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Everything I Need To Know About Conferences I Learned in Kindergarten

My very first ALA Conference was in 2009. I had been a librarian for a little over two years by then and all I really knew about ALA was that I would be surrounded by librarians and book enthusiasts for the next five days. Opening day I made my way over to experience the craziness that was the exhibit hall. The next thing I knew I was being pushed, pulled and handed books. Books were on the floor and on the counter for you to take. And before I knew it, I had a full tote bag, my head was spinning in circles, and I had missed the giveaway for Catching Fire which was the one giveaway my teens were begging me to attend.

Exhibit floors can be exhausting and overwhelming. Then stick all those people into a conference session after they've been walking everywhere carrying heavy books and swag around and partying a bit too late the night before, and you're bound to get a bit cranky. Trust me, I've been there! So what exactly does conference professionalism look like? Is there a code on how to act or what to do? Sometimes it feels that way. So instead of giving the age old advice you always hear about wearing comfy shoes, dress for both heat and cool rooms, carry tote bags, I'm hoping I can share some insights on how to survive a conference and be professional (and not ending up as one of the people everyone is talking about in a bad way).

-Be Nice. This is probably the number one conference survival skill and it's sad that it has to even be mentioned. But there's something about exhibit floors, author signings, and book giveaways that make people go crazy and forget all manners. Just remember the skills you learned in Kindergarten-take turns, don't push or shove, stand in line and no cutting. If everyone would just walk the exhibit floor nicely and slowly without acting like it was a Black Friday sale, that would be wonderful! Just remember to be calm and be nice.

-Engage Conferences are a great place to meet people and network, network, network! One of my favorite things about ALA is that you can be standing in line and make a new friend! Don't be shy (and I know this can be hard) but this is a place you can talk about books, libraries, reading, and geek out. But....

-Don't Be An Annoying Time Hog. There is nothing worse than wanting to talk to someone and having the person in front of them be a time hog. You know what I'm talking about. They want to gush about everything (or maybe complain, because let's face, there are those people too) Yes, it's fun to talk to the publisher reps, authors, bloggers and librarians. But there is a time and place for extended conversations. If you want to talk longer, attend a blogger meet up, like the one Stacked Books and YA Highway are hosting at ALA Annual. This is a more casual setting and this is the place to have long discussions about why you need to watch Friday Night Lights. The exhibit floor is just too busy and too crowded for time hogs.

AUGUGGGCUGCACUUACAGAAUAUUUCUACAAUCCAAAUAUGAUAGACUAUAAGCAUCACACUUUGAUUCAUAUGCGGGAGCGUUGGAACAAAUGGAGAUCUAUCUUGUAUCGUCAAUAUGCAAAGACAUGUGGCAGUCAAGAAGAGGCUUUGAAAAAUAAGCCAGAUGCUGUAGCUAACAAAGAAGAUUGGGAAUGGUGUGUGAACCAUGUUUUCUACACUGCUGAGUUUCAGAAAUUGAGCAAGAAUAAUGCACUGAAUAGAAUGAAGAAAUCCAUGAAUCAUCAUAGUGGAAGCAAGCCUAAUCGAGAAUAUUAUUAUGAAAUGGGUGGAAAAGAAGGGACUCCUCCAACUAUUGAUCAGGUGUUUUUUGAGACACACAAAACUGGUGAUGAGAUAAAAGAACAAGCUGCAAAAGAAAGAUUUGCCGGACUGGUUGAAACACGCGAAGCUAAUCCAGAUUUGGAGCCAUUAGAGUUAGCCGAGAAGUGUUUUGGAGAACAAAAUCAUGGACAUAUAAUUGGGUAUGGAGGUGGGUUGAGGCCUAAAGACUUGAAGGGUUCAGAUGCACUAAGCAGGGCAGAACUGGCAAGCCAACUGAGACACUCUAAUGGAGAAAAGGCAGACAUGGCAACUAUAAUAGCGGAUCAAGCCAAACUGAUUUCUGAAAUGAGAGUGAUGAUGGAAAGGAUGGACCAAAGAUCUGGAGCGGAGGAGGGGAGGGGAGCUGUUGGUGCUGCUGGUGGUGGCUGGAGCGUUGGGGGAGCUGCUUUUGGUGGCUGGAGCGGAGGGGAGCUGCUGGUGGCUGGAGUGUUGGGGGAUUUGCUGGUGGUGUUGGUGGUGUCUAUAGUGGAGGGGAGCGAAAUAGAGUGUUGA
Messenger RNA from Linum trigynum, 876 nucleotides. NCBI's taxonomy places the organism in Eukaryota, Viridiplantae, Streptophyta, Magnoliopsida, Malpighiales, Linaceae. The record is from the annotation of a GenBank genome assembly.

-Just Because It's Free Doesn't Mean You Need It. I know, it's hard to resist. Swag everywhere! ARCs everywhere! Author signings everywhere! It's book lover heaven! But you know what happens? You find yourself in 2012, still giving away books you picked up (or even got signed) at that first ALA you went to in 2009. Three years later and you still haven't read that book, the teens are over it and guess what-if you really want to read it, you can check it out from the library. Just Monday I took a box of books to my mom to donate to local group homes and juvenile courts because the books had sat on my shelf for three years without being touched. I didn't need them.

It seems like a few years ago no one but those in the book world knew about BEA or ALA or what an ARC was. And now it seems like everyone knows. We live in a society that likes instant gratification. So very often events like BEA and ALA turn into grabbing, shoving, pushing horribleness because I want this book now and I can't wait to have it and I must have five copies so I can do a giveaway and oh, look over there at that stack of free books and I must have them all!!! It's what ends up giving bloggers a bad name. Just look at the blogs and Twitter feeds after a conference and you'll see how there is a group that will ruin it for everyone else.

So what can you do? Remember some simple things:

-You are not owed anything. Sure you might be a librarian, blogger, teacher, avid reader. But the publishers do not owe you anything because of that.
-Don't take everything. Trust me-you don't need it.
-Don't take more than one.
-Don't shove, push, grab. You'll get a copy eventually and if you don't? Oh well, life will go on.
-Don't approach a publisher with a laundry list of books you want. I personally think it's tacky. It makes it appear as though I am of such importance that they must bestow these items upon me. Instead, I like taking the approach of explaining to the publisher reps that I work as a youth services manager with ages birth-18 and could they tell me about some of their upcoming titles I should know about. What would they suggest for tweens who like mysteries? What about storytimes? If they offer me a copy to take, I'll take it only if I really want it. If they don't-no worries, I can check it out from the library or buy a copy later. I don't need everything.